For the past couple of months I’ve been feeling a little, for lack of a better word, adrift. Last summer I wrote about my ongoing struggle with depression, and the cocktail of mood-stabilizing drugs that helped me drag myself up out of the bullshit. At the time I felt almost elated, like through Zoloft and Abilify I had somehow found a magic cure that made me feel normal again. And for a while I did feel almost normal, “almost,” I guess, being the operative word.
A few months after I lost my job I stopped taking the medication, in part because of the exorbitant cost of drugs when one doesn’t have insurance ($375.00 for a month’s worth of Abilify? You must be joking me), but also in part because I no longer felt like being “managed.” Okay, the pills maybe made me more pleasant to be around, they maybe chemically somewhat dissipated the weird invisible gray cloud I feel is always following me around, but I felt like I was living a half-life, like I couldn’t be trusted with my own emotions. The very idea of “mood stabilizers” started to sound sinister to me. I don’t want to stabilize my blacker feelings. I want to be able to understand, wrangle, and get past them.
So I stopped taking the pills. Probably not the smartest idea, considering they say you should consult your doctor and be weaned off SSRIs rather than dropping them cold-turkey, but frankly my doctor was kind of an asshole who kept misdiagnosing me and asking me if I was on meth (what?) and didn’t seem to have much of an agenda for me getting better beyond dumping drugs down my neck. Whenever I showed up at his office crying he just increased my dosage and said he was certain I would get past this. For some reason it wasn’t reassuring. So I just stopped.
For the first few weeks I felt strangely OK, a little blurred, a little off, but generally OK. Then, somewhere around November, the full force of my depression started coming at me again. I found myself having weird creepy secret crying jags on my couch in the middle of the day. Sleep wasn’t coming. My relationship ended (for a few reasons, but my depression and anxiety and the ensuing inability to be available to someone else who, incidentally, also suffered from depression and anxiety were clearly a major factor). Social engagements started freaking me the fuck out. My motivation to achieve anything came to a virtual standstill. I felt like my resting heart rate was about 25% higher than it ought to have been. Panic was mounting and I didn’t want to mention it to anybody because I thought, well, Sara, you kind of brought this upon yourself. It was like, here’s your bed, now fucking lie in it.
So over the holiday season I attempted to muddle through, not wanting to mention my shit to anyone. Although anyone who knows me in person will tell you I’m pretty outgoing, at the same time when it comes to matters of the heart and mind I have a tendency to keep mum. It’s a condition that psuedotherapists on VH1 reality shows refer to as “having a wall up.” My friends and family seemed satisfied with my condition and I didn’t want to alarm anyone. Also there’s this whole thing about admitting you are depressed that causes the people around you to treat you differently. I don’t like being handled with kid gloves, nor do I particularly like to talk about my feelings. Keeping my shit bottled up inside prevented both of these things from happening. Friends and family kept telling me I seemed like I was doing well, that I was happy, and these comments sparked a sort of perverse satisfaction inside me: Fooled you. But also, You really have no idea.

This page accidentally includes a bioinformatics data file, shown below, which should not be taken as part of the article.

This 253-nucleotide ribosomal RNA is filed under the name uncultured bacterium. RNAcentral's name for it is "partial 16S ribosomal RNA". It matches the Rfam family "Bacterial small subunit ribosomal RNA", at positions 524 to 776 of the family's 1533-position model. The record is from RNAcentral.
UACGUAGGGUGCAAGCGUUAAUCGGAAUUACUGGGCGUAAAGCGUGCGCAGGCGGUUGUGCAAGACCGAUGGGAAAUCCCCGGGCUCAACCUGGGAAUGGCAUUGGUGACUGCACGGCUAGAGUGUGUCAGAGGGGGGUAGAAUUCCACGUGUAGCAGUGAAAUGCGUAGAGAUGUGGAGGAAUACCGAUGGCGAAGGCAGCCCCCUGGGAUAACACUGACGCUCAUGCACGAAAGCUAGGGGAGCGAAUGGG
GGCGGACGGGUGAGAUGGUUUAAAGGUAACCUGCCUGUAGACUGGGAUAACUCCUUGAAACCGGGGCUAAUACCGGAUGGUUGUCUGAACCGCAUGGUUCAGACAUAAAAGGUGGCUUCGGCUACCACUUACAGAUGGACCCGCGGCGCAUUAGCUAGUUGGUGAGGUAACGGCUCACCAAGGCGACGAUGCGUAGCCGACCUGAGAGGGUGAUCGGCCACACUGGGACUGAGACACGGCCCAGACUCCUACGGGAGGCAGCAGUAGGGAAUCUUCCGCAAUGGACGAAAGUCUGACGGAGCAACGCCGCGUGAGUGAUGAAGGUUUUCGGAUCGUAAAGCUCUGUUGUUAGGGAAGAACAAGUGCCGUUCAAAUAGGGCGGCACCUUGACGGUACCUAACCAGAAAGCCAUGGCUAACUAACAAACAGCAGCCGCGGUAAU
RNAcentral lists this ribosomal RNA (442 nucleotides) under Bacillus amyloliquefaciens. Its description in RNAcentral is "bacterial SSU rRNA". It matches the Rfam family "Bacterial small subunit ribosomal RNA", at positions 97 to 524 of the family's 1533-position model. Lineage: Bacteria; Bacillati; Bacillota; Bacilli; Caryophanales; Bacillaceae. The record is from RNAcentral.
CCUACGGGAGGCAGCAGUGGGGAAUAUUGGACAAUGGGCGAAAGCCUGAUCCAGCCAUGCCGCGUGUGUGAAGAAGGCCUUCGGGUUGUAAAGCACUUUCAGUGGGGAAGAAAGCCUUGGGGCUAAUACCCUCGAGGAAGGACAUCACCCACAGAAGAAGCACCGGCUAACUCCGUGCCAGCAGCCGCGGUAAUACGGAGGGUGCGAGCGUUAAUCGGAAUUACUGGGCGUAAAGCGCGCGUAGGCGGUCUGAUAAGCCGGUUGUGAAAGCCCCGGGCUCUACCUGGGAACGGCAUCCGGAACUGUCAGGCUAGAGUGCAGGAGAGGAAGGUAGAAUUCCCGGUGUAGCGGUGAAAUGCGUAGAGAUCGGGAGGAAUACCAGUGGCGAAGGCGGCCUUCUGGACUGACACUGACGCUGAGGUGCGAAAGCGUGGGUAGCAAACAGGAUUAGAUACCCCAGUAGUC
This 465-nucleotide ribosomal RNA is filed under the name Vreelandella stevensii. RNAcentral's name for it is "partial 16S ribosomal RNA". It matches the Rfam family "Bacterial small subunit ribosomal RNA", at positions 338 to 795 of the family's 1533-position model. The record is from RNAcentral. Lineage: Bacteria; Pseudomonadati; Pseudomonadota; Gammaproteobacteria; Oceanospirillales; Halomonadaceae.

Internally I was starting to lose it. My life had become fraught with a neverending series of what-ifs. What if I agree to go to that party and then I have an anxiety attack? What if I get too drunk and start getting sloppy about my feelings? What if while we’re out of town I suddenly really really need to be by myself? What if I can’t get out of this? And, most distressingly, what if the people I love get sick of me for not being able to kick this fucking bullshit? I’ve been around enough other depressed people in my life to know that it can take near-saintly levels of patience to put up with someone caught up in the throes of interior weirdness. You want to shake them and tell them to snap out of it, to get right, to start acting like the person you know they are. I felt like if I could fake my way through this period than I could get out of it on my own and no one would be the wiser.
Because honestly, it’s embarrassing. As if I didn’t already have enough bad feelings to deal with, I was now dealing with the depressive’s guilt about being depressed. Why am I depressed, you know? Like, I don’t have it as great as some people but my life is in no way even close to being bad. People tell me all the time how lucky I am, which I know, and which makes me feel like even more of an asshole for not being able to pull myself up by my bootstraps and fucking DEAL WITH IT. I read Allie from Hyperbole and a Half’s hilarious webcomic about her own “adventures” in depression, and I related with what she said: